NEW YORK (TheStreet) --
stock didn't beat the
Standard & Poor's 500 Index
in 2011, but its earnings did, reversing a trend of postcrisis underperformance for Warren Buffett's financial empire and setting up the "Oracle of Omaha" with a change of investing strategy.
Berkshire's earnings -- and the composition of its portfolio headed into 2012 -- signal that the legendary investor has put crisis-era investments to rest, setting up for more growth-oriented investment gains for years to come just as U.S. stock markets broach postrecession highs.
Berkshire Hathaway reported fourth-quarter net income of $3.05 billion, or $1,846 a share -- a 30% decline from 2010 earnings of $4.38 billion, or $2,656. Nevertheless, the investment company reported that its book value per share rose 4.6%, beating the 2.1% return of the S&P 500, including dividends, marking the first time since the crisis that Berkshire was able to outperform the index.
About management succession, Buffett highlighted confidence in the hirings of investment managers Todd Combs and Ted Weschler, who will manage pieces of Berkshire's portfolio in 2012.
"Each will be handling a few billion dollars in 2012, but they have the brains, judgment and character to manage our entire portfolio when Charlie and I are no longer running Berkshire," wrote Buffett in his annual letter to shareholders released on Saturday morning.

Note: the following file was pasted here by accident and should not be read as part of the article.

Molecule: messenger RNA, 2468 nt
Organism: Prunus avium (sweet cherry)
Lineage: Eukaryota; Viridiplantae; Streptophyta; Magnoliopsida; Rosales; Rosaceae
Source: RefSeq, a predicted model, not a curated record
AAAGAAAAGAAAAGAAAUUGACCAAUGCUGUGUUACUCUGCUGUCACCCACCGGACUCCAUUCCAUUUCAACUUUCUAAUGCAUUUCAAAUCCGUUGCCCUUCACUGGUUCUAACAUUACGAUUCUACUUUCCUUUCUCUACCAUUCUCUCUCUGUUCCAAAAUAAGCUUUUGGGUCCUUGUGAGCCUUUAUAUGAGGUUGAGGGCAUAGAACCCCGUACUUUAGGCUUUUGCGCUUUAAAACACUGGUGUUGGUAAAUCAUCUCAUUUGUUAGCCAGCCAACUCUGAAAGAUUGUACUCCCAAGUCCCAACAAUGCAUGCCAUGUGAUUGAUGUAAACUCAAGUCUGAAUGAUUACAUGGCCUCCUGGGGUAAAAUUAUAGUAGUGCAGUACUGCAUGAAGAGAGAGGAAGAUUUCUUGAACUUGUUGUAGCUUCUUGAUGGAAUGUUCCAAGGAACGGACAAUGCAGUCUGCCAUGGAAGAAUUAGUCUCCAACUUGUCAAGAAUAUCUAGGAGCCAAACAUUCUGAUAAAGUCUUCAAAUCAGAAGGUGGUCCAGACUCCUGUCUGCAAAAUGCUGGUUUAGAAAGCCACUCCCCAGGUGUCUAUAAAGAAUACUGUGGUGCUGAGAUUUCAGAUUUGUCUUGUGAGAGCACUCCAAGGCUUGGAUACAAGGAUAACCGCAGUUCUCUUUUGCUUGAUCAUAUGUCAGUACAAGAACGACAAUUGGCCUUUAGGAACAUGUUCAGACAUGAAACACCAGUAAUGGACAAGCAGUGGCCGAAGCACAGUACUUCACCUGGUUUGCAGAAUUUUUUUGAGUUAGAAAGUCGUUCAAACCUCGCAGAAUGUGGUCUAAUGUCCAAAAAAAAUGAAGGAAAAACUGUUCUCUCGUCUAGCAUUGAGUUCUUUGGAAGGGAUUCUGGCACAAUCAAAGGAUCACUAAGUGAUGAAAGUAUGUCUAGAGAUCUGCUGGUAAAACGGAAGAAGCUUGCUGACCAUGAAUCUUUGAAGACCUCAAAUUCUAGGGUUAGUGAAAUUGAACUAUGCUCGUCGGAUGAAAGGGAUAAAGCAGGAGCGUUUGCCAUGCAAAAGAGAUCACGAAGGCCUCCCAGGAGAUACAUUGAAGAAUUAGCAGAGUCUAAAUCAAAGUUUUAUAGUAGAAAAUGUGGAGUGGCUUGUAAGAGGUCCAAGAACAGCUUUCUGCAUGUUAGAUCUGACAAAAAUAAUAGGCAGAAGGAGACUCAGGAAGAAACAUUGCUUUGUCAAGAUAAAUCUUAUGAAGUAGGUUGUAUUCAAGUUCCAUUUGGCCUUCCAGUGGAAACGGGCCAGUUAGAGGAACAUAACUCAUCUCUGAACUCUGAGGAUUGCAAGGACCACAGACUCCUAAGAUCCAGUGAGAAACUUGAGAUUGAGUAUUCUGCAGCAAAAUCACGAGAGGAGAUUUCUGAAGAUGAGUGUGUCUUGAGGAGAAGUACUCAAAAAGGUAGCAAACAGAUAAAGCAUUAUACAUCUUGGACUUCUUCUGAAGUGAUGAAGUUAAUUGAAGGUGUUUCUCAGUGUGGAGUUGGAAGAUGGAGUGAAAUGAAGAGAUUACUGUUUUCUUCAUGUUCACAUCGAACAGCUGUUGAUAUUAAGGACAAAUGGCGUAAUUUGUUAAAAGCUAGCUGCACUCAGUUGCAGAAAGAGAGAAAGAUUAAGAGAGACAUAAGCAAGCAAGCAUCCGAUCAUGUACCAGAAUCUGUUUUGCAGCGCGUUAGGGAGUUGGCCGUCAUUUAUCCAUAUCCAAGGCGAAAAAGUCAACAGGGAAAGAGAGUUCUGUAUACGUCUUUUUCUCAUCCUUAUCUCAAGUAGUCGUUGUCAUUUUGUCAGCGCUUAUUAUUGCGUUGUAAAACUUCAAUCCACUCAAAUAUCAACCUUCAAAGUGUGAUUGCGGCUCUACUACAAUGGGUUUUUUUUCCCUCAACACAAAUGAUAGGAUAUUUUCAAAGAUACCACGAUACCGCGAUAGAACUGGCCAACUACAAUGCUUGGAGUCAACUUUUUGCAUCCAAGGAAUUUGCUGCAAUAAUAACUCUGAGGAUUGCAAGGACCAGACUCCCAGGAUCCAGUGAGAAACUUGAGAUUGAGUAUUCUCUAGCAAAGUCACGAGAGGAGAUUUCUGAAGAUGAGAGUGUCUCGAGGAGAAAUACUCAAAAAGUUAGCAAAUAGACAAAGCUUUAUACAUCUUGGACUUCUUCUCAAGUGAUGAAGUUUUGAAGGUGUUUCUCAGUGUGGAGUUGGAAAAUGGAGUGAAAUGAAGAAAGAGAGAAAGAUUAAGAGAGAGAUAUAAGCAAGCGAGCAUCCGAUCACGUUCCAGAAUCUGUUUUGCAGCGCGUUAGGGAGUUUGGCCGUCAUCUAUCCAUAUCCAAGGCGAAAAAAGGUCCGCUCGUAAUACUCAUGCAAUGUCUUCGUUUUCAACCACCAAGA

The letter also revealed that the company's board has identified someone to succeed Buffett as CEO, saying this was "an individual to whom they have had a great deal of exposure and whose managerial and human qualities they admire."
In December, Buffett told
that his son Howard Buffett will be an unpaid, nonexecutive "guardian" of Berkshire Hathaway's values after he dies.
Still in characteristic form, Buffett, 81, indicated that he isn't showing signs of slowing anytime soon. "Do not, however, infer from this discussion that Charlie and I are going anywhere; we continue to be in excellent health, and we love what we do," he wrote.
Berkshire's outperformance came as multibillion-dollar, crisis-era fixed-income investments in companies such as
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Overall, Goldman, GE and insurer
paid Berkshire $12.8 billion to redeem fixed-income-like securities such as preferred shares, netting Berkshire $1.2 billion in pretax earnings. "That's a lot of income to replace, though our Lubrizol purchase did offset most of it," wrote Buffett.
That sets up for his postcrisis strategy of large stock investments and a new focus on acquisitions as a way to put the firm's $37.3 billion in cash to work in a way that will outperform the S&P 500 over the long haul. As of 2011, Berkshire's compounded annual gain of 19.8% more than doubled the S&P 500's 9.2% gain, since the fund's inception in 1965, according to its letter.